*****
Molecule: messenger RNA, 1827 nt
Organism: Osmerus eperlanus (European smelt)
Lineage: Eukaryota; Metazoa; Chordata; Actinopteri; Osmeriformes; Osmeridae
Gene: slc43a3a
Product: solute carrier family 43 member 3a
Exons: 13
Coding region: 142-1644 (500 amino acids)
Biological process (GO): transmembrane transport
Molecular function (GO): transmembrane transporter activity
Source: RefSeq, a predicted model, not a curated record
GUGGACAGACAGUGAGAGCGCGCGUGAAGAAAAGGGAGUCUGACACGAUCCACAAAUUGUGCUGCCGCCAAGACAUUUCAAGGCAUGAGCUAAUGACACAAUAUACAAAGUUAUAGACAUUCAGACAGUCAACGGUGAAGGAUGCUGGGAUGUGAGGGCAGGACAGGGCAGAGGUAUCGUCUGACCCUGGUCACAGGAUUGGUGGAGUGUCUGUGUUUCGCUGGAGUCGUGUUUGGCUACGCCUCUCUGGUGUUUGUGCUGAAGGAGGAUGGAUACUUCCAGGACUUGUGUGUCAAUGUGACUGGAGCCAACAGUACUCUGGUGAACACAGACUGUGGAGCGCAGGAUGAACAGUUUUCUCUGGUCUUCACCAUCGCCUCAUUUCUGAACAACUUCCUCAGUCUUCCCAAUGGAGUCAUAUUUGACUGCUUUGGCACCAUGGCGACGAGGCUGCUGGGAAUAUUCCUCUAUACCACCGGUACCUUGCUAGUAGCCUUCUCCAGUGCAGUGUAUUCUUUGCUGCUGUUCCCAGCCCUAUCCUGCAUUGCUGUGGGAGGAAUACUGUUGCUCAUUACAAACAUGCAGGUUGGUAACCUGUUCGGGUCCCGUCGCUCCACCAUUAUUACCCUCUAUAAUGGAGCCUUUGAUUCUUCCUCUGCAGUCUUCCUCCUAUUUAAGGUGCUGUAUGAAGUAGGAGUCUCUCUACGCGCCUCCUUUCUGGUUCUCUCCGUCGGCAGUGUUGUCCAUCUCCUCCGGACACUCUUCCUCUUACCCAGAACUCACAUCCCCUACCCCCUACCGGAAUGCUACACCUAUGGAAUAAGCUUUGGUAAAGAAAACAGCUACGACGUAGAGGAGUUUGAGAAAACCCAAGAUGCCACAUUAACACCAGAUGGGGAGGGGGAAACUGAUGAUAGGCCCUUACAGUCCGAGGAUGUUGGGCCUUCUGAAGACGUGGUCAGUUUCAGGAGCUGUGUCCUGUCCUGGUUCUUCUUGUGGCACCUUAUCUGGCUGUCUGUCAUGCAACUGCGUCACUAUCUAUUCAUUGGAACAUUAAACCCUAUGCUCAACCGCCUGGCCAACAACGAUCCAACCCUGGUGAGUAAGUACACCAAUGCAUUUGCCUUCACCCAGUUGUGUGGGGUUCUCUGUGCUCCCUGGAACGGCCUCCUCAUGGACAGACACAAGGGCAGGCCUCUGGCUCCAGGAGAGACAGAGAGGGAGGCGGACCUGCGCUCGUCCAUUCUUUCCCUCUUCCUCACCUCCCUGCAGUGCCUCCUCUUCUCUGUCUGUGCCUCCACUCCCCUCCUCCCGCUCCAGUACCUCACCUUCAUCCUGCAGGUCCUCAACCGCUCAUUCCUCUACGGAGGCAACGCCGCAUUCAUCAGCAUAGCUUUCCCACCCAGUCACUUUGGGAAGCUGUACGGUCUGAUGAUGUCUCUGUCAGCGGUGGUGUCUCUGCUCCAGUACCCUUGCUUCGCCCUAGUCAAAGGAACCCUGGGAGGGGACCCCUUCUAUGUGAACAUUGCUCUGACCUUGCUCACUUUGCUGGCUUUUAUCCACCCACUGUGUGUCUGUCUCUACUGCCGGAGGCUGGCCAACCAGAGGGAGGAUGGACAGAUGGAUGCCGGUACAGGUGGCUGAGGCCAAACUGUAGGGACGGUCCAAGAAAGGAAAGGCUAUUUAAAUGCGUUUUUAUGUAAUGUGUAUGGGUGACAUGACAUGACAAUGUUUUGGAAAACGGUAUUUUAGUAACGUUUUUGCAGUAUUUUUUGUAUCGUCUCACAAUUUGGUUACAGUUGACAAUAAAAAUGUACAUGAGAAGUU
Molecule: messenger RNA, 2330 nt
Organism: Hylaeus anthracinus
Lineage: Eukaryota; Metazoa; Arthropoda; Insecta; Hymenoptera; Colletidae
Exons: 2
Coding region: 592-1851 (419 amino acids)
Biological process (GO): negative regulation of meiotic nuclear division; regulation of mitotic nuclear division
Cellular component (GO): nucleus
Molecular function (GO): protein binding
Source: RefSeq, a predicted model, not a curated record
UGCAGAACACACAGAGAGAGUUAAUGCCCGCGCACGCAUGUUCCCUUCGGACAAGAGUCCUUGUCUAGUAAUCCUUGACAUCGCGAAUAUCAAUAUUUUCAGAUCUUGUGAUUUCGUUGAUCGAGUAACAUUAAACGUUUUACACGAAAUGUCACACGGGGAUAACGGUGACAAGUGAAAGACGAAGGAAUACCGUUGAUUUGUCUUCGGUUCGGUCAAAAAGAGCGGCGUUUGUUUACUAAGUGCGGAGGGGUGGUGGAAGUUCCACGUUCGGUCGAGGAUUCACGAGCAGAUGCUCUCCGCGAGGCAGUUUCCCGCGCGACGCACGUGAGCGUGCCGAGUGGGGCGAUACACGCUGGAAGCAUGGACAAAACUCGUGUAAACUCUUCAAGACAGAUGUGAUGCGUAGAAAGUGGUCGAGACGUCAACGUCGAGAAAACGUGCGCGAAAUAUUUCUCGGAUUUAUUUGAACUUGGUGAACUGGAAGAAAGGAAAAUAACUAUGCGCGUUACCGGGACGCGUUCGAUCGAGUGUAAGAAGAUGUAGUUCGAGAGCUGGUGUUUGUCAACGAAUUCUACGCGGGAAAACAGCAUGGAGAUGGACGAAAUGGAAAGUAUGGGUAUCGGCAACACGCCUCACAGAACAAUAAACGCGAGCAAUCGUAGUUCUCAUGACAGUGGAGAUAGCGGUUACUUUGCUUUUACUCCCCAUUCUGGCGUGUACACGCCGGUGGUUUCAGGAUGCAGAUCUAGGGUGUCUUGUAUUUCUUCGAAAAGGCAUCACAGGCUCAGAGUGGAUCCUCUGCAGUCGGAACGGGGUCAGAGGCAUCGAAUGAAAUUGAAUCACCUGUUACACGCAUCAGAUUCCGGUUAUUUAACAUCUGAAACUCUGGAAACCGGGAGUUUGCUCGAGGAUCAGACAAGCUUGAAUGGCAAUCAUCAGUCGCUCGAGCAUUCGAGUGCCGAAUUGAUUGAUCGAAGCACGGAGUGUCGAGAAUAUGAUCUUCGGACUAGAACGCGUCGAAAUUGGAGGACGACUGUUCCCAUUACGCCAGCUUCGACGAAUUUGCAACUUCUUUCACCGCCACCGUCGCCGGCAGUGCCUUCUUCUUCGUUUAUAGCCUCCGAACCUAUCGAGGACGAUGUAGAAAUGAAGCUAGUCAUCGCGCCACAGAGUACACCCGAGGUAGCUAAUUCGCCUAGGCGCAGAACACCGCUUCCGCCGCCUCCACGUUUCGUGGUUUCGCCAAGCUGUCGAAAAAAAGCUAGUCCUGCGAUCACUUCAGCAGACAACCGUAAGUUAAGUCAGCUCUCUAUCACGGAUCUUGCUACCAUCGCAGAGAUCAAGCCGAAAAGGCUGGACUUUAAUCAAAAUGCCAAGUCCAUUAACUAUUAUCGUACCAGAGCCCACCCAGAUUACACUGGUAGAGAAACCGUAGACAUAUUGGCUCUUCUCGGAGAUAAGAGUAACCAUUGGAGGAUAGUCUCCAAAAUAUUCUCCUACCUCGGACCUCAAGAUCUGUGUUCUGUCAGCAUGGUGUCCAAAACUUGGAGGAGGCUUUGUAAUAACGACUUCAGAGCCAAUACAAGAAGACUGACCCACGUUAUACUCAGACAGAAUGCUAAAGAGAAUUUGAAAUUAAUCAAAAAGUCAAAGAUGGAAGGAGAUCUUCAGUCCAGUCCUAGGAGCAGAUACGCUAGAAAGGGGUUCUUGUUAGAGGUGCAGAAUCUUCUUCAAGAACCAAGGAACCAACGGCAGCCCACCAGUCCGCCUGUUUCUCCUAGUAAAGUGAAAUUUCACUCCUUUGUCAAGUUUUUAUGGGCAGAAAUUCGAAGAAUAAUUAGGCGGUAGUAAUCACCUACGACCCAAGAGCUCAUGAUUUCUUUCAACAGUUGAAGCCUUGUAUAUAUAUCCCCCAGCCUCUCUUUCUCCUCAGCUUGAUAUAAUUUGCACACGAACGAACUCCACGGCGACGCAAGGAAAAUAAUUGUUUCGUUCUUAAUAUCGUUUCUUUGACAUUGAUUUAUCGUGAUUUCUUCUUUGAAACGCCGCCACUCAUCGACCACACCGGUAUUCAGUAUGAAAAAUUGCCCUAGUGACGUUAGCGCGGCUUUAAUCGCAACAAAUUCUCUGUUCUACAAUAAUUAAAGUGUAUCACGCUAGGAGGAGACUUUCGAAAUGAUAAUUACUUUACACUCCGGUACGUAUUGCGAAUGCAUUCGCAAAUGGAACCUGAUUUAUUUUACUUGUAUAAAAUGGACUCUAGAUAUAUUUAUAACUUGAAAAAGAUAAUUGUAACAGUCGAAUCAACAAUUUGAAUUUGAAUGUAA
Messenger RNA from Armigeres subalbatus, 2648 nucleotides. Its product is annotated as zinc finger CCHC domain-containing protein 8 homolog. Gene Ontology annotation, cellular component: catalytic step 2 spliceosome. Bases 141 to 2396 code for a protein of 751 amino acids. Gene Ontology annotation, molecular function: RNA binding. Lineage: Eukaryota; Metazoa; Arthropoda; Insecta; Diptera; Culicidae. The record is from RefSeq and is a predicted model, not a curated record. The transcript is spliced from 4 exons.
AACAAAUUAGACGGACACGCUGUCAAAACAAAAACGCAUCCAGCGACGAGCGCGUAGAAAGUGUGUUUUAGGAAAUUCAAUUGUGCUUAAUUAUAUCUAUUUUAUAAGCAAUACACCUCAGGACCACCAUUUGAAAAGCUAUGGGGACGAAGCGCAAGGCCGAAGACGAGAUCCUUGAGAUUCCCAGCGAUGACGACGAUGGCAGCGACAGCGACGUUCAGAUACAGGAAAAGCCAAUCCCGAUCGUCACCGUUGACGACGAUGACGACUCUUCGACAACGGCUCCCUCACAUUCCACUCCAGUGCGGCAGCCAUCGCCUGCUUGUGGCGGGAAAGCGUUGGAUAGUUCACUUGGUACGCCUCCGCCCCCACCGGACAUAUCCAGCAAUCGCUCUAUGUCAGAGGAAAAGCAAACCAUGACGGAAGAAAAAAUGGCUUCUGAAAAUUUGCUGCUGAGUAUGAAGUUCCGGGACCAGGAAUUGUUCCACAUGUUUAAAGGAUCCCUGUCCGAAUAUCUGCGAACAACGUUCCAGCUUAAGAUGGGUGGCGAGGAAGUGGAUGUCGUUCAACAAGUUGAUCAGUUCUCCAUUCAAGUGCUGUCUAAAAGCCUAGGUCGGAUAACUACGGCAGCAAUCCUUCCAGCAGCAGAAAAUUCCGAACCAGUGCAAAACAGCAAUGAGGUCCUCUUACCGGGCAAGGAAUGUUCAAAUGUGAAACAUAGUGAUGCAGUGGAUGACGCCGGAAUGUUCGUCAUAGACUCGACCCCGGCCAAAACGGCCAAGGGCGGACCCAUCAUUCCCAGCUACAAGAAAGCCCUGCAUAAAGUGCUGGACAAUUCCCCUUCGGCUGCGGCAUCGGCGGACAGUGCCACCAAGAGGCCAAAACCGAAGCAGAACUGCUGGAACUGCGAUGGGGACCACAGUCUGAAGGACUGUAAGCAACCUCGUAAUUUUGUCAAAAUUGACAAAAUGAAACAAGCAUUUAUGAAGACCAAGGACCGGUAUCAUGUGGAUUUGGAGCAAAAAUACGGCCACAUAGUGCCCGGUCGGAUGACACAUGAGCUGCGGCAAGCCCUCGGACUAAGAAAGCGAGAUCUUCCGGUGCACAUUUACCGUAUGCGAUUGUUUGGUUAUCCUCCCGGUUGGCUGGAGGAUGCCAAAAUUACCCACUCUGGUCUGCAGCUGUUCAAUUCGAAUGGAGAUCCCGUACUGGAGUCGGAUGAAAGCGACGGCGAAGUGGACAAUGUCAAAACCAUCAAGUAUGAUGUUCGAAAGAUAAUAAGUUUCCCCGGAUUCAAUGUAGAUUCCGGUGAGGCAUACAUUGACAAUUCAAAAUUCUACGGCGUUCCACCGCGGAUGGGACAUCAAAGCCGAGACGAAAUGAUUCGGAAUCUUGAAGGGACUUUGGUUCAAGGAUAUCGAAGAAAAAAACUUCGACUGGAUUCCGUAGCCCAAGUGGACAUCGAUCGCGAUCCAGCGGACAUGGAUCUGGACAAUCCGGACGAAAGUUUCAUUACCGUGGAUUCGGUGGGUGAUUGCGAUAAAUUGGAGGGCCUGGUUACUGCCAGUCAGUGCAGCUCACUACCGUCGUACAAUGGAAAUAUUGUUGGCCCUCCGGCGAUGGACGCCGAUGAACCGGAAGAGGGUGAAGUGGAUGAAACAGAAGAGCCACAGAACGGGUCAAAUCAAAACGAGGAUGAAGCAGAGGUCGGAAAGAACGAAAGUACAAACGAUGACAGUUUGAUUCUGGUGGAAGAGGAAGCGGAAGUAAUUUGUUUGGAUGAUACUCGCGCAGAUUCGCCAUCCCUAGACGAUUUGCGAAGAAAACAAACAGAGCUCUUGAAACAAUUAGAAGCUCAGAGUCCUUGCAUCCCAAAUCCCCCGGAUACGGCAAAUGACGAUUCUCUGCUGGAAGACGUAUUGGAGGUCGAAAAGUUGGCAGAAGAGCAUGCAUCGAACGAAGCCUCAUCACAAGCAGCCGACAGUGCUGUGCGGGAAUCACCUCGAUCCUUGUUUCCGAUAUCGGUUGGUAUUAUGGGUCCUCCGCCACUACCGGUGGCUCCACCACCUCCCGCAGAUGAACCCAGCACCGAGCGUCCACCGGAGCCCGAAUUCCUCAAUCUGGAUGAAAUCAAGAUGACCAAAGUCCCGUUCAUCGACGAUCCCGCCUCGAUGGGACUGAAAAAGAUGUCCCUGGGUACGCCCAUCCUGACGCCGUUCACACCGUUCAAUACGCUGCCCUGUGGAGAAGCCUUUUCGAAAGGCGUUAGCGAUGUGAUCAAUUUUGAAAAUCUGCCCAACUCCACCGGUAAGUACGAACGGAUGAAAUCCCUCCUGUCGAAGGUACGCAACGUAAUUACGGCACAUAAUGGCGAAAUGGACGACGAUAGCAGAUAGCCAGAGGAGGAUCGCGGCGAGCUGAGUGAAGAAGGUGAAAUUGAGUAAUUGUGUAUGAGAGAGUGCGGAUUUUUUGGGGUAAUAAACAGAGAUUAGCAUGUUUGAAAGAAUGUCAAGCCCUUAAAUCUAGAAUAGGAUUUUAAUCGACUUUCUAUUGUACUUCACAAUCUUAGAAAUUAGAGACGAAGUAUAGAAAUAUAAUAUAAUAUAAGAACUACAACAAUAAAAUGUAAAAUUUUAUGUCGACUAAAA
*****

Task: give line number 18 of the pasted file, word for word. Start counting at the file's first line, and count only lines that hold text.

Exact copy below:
Cellular component (GO): nucleus